On July 19, Thompson joined 156 other Republican House members in opposing the Respect for Marriage Act. Congressional Democrats are pushing the legislation in response to the Supreme Court last month overturning Roe v. Wade, the 1973 decision that for nearly a half-century guaranteed women the right to abortion. The court’s ruling sparked fears that other high-profile precedents could be next.
After the vote but before the wedding, Thompson’s press secretary denounced the legislation as a political sleight-of-hand designed to distract voters.
“This bill was nothing more than an election-year messaging stunt for Democrats in Congress who have failed to address historic inflation and out of control prices at gas pumps and grocery stores,” Stone said in an email to the Centre Daily Times.
Stone did not respond to The Post’s question about what Gawker, which first reported the news, described as the “apparent hypocrisy” of the congressman celebrating his son’s wedding after voting against federal legislation that would guarantee his son the right to have that wedding.
The Respect for Marriage Act is a fail-safe. At the moment, the Supreme Court’s 2015 ruling in Obergefell v. Hodges bars states from banning same-sex marriages. In addition to protecting same-sex marriages, the Respect for Marriage Act would also enshrine the right for interracial couples to marry, something that’s protected by the Court’s 1967 ruling in Loving v. Virginia.
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Democrats’ fears were fanned by Justice Clarence Thomas’s concurring opinion in Dobbs v. Jackson Women’s Health Organization, the decision that overturned Roe. In that opinion, Thomas wrote that the same legal rationale the court used to topple Roe could be used to reverse other decisions, The Post reported.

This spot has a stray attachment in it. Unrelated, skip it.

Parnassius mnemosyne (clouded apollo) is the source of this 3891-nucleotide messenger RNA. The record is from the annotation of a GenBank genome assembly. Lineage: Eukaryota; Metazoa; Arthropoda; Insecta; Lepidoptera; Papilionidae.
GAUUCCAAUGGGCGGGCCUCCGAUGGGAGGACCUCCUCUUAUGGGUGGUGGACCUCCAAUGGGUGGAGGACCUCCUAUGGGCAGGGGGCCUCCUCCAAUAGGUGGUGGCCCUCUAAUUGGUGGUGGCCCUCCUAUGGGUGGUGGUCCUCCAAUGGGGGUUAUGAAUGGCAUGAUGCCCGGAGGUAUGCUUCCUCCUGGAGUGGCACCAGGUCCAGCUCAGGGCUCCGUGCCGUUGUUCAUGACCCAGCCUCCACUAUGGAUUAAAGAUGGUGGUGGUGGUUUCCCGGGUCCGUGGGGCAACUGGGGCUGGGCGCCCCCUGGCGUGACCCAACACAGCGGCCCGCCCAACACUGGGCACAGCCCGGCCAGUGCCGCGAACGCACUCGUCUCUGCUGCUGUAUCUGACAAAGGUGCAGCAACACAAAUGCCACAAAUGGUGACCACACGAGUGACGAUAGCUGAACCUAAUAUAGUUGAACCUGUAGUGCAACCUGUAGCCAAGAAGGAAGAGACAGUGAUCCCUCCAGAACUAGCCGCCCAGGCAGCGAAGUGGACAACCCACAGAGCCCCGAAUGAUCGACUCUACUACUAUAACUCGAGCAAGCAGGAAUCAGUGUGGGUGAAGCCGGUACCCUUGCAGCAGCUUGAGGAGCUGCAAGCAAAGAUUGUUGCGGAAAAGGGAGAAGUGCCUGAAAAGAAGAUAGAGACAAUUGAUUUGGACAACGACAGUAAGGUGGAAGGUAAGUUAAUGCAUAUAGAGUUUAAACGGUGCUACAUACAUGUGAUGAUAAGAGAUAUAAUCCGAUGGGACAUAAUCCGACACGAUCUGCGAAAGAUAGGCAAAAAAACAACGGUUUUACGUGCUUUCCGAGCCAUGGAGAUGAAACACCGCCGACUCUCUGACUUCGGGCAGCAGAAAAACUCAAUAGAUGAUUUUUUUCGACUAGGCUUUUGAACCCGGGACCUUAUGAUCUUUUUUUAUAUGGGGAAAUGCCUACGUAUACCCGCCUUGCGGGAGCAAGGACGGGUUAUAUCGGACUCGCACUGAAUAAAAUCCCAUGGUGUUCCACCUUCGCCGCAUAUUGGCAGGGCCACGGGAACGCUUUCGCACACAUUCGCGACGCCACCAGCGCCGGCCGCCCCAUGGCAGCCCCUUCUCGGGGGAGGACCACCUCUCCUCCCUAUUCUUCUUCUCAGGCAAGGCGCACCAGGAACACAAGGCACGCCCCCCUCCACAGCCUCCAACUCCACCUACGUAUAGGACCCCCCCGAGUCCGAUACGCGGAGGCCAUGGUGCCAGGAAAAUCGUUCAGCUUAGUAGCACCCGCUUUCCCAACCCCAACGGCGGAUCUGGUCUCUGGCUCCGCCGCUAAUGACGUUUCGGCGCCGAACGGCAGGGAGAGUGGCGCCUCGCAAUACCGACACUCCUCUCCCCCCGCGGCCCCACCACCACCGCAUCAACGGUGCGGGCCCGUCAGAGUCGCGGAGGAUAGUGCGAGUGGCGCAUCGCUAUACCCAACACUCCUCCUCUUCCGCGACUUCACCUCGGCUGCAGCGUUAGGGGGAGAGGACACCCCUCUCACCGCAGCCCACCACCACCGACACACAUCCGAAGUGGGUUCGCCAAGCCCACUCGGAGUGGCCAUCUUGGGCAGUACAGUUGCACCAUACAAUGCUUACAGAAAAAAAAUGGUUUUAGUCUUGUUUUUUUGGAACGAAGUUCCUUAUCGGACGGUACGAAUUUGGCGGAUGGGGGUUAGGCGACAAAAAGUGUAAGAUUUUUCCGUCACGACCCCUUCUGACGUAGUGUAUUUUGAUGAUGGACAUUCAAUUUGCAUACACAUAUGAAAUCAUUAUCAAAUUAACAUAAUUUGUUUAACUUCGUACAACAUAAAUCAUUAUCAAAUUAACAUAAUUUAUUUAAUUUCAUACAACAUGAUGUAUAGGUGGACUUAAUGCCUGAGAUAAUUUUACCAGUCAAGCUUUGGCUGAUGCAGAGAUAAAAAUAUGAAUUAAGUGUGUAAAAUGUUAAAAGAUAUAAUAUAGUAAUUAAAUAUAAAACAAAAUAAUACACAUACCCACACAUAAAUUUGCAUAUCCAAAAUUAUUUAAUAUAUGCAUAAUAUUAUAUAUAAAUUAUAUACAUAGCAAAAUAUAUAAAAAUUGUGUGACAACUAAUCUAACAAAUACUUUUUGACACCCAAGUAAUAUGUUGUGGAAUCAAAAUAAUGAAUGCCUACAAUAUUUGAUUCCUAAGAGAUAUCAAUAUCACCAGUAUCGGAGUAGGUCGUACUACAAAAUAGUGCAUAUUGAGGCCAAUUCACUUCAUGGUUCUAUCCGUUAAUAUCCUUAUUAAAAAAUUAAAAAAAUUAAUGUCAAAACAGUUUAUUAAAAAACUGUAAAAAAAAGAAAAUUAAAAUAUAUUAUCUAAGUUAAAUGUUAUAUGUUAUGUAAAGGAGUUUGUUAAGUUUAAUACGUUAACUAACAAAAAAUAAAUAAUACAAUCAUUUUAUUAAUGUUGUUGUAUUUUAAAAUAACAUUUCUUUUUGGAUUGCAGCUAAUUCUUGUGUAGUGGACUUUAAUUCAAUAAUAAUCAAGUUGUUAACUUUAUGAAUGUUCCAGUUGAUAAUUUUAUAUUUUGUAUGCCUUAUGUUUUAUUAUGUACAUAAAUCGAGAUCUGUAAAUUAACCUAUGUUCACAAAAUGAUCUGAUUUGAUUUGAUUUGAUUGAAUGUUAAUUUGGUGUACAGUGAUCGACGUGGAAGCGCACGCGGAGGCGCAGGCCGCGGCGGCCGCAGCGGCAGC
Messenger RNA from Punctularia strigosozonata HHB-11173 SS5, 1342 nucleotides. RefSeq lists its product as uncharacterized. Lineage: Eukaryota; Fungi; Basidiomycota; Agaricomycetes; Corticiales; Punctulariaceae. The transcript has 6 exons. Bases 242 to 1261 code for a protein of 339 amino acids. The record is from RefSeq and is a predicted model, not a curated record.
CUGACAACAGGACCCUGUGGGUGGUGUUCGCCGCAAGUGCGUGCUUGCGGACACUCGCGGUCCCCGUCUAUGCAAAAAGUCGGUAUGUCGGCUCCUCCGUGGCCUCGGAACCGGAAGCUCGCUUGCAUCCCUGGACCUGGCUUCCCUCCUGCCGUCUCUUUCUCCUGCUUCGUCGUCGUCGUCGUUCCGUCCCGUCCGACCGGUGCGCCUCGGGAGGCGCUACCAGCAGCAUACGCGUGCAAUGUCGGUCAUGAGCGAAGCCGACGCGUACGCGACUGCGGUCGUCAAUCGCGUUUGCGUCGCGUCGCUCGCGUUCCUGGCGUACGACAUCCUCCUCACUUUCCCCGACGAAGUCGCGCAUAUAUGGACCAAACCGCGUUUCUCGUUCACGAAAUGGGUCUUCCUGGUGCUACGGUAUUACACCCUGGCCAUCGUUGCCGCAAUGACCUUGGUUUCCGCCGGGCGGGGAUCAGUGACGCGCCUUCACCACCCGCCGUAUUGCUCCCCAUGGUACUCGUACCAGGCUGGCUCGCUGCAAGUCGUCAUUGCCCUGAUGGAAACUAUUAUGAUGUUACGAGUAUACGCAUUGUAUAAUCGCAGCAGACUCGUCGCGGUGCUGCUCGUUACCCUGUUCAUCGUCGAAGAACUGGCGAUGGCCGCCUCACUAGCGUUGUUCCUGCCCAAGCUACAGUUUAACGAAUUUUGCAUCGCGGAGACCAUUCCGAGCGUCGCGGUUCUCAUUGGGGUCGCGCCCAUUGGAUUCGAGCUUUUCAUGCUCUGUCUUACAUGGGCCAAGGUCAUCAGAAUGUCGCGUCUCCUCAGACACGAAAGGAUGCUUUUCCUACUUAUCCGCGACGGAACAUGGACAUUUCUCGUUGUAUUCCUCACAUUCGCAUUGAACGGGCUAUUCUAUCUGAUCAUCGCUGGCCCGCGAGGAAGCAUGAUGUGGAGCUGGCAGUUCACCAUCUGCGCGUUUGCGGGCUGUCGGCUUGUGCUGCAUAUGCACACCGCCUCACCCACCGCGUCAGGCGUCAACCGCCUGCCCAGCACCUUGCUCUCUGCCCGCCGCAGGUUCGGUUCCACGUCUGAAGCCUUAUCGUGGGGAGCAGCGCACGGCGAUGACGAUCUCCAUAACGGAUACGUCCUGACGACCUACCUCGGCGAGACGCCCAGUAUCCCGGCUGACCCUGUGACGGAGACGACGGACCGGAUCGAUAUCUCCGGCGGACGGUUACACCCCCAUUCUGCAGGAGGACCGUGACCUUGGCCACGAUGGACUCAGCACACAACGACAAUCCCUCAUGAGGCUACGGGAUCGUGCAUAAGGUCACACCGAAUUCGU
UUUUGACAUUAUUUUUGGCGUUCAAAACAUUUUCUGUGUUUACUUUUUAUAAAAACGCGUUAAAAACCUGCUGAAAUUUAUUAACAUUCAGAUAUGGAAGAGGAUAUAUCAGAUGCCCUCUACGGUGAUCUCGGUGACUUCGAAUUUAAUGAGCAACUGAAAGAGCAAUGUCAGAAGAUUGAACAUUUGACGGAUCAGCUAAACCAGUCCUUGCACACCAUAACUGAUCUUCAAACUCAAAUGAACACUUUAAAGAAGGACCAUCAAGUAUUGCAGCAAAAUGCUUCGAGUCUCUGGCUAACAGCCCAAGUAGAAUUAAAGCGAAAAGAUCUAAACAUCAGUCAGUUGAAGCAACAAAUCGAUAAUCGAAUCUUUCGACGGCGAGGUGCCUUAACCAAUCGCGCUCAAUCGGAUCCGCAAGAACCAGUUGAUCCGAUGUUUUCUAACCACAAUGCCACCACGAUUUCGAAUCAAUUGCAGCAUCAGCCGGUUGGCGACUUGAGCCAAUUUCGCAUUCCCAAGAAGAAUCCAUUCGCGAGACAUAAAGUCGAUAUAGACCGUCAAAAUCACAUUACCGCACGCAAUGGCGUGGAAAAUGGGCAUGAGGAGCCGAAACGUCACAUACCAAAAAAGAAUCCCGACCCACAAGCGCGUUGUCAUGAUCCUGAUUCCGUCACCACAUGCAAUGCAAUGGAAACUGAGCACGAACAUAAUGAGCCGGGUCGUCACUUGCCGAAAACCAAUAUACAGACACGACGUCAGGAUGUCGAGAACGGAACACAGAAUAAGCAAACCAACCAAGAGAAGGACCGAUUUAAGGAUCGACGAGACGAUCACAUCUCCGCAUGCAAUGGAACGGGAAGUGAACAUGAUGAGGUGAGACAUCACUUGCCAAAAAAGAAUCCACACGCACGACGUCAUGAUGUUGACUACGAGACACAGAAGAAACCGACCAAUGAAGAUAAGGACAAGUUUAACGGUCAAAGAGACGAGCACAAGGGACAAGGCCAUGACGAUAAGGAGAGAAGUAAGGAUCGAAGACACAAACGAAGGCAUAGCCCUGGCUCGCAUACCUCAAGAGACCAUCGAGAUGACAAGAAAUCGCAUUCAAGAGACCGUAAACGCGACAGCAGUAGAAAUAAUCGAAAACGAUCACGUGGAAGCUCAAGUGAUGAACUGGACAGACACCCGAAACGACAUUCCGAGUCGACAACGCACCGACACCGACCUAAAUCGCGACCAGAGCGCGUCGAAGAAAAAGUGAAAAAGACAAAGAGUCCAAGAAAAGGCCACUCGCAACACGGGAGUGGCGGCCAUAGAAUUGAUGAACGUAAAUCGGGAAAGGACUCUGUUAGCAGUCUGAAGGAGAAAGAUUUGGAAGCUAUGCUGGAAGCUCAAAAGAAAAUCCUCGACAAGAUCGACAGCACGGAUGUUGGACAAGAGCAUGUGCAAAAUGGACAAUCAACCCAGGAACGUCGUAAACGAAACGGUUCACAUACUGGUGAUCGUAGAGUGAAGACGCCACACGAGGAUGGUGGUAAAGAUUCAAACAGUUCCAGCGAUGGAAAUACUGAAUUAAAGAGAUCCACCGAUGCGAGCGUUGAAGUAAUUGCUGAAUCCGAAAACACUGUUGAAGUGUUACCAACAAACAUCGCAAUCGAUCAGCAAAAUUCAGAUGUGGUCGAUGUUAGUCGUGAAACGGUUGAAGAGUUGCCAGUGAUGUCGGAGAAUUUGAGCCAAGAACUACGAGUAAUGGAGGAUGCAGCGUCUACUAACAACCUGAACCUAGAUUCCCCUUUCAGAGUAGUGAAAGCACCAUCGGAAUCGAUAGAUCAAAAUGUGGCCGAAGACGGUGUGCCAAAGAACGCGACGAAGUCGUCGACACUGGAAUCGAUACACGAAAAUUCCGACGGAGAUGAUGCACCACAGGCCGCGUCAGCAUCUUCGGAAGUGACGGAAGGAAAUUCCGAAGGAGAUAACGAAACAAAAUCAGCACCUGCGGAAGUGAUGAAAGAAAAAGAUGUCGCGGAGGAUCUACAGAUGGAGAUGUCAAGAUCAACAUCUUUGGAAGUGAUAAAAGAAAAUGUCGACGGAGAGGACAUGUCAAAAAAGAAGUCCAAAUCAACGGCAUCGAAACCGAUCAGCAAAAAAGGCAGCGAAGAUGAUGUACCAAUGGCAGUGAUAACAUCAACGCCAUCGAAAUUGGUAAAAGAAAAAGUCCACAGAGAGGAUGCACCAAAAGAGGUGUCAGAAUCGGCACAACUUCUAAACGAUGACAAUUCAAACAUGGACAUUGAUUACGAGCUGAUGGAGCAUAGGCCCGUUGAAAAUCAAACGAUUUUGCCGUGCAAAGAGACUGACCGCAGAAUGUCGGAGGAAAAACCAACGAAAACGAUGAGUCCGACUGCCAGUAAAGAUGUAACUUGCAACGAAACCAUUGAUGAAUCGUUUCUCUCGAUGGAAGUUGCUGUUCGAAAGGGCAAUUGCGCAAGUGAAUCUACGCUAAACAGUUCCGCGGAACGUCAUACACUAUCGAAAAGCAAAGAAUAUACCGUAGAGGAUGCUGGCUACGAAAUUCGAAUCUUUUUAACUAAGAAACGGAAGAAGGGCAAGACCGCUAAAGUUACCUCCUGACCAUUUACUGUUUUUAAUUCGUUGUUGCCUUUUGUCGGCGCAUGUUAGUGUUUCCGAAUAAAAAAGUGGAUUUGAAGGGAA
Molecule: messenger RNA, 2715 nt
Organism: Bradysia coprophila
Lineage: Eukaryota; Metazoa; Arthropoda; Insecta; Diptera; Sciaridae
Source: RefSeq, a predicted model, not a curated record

“In future cases, we should reconsider all of this Court’s substantive due process precedents, including Griswold, Lawrence, and Obergefell,” Thomas wrote, referring to rulings that established rights to contraception, same-sex relationships and marriage equality, respectively. “Because any substantive due process decision is ‘demonstrably erroneous’ … we have a duty to ‘correct the error’ established in those precedents.”
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Earlier this month, Sen. Ted Cruz (R-Tex.) said the Supreme Court was “clearly wrong” when it guaranteed the right to same-sex marriage with Obergefell, which he said “ignored two centuries of our nation’s history,” the Dallas Morning News reported.
“Marriage was always an issue that was left to the states,” Cruz said in a YouTube clip posted on July 16. “We saw states before Obergefell that were moving, some states were moving to allow gay marriage, other states were moving to allow civil partnerships.”
White House press secretary Karine Jean-Pierre said Cruz’s comments should raise concerns, The Post reported. “As we know from the Dobbs decision, one of the things that we saw from [Thomas] is that they are looking to go further, whether it’s privacy, contraception or marriage equality,” she said.
Most Americans support same-sex marriage. Last week, Marquette Law School released a poll showing that two-thirds of respondents back the Supreme Court’s decision that the Constitution guarantees a right to same-sex marriage.
On June 26, 2015, the day the Supreme Court issued its ruling in Obergefell, Thompson’s reaction to the news suggested there was a gap between what he believed and what he thought was good public policy.
“Regardless of my personal beliefs and my continued support for states’ rights, today’s ruling must be followed by adequate Congressional oversight in order to assure that federal protections the Supreme Court has granted to same-sex couples does not infringe upon the religious liberties of others,” he said in a statement to PennLive.com.
Thompson’s son confirmed that his father attended his wedding to NBC News but focused on the fact that he “married the love of [his] life.”
Having cleared the House, the fate of the Respect for Marriage Act now lies with the Senate. The legislation faces an uncertain future given that, in the evenly divided Senate, it must win unanimous Democratic support and 10 Republican votes to overcome a filibuster.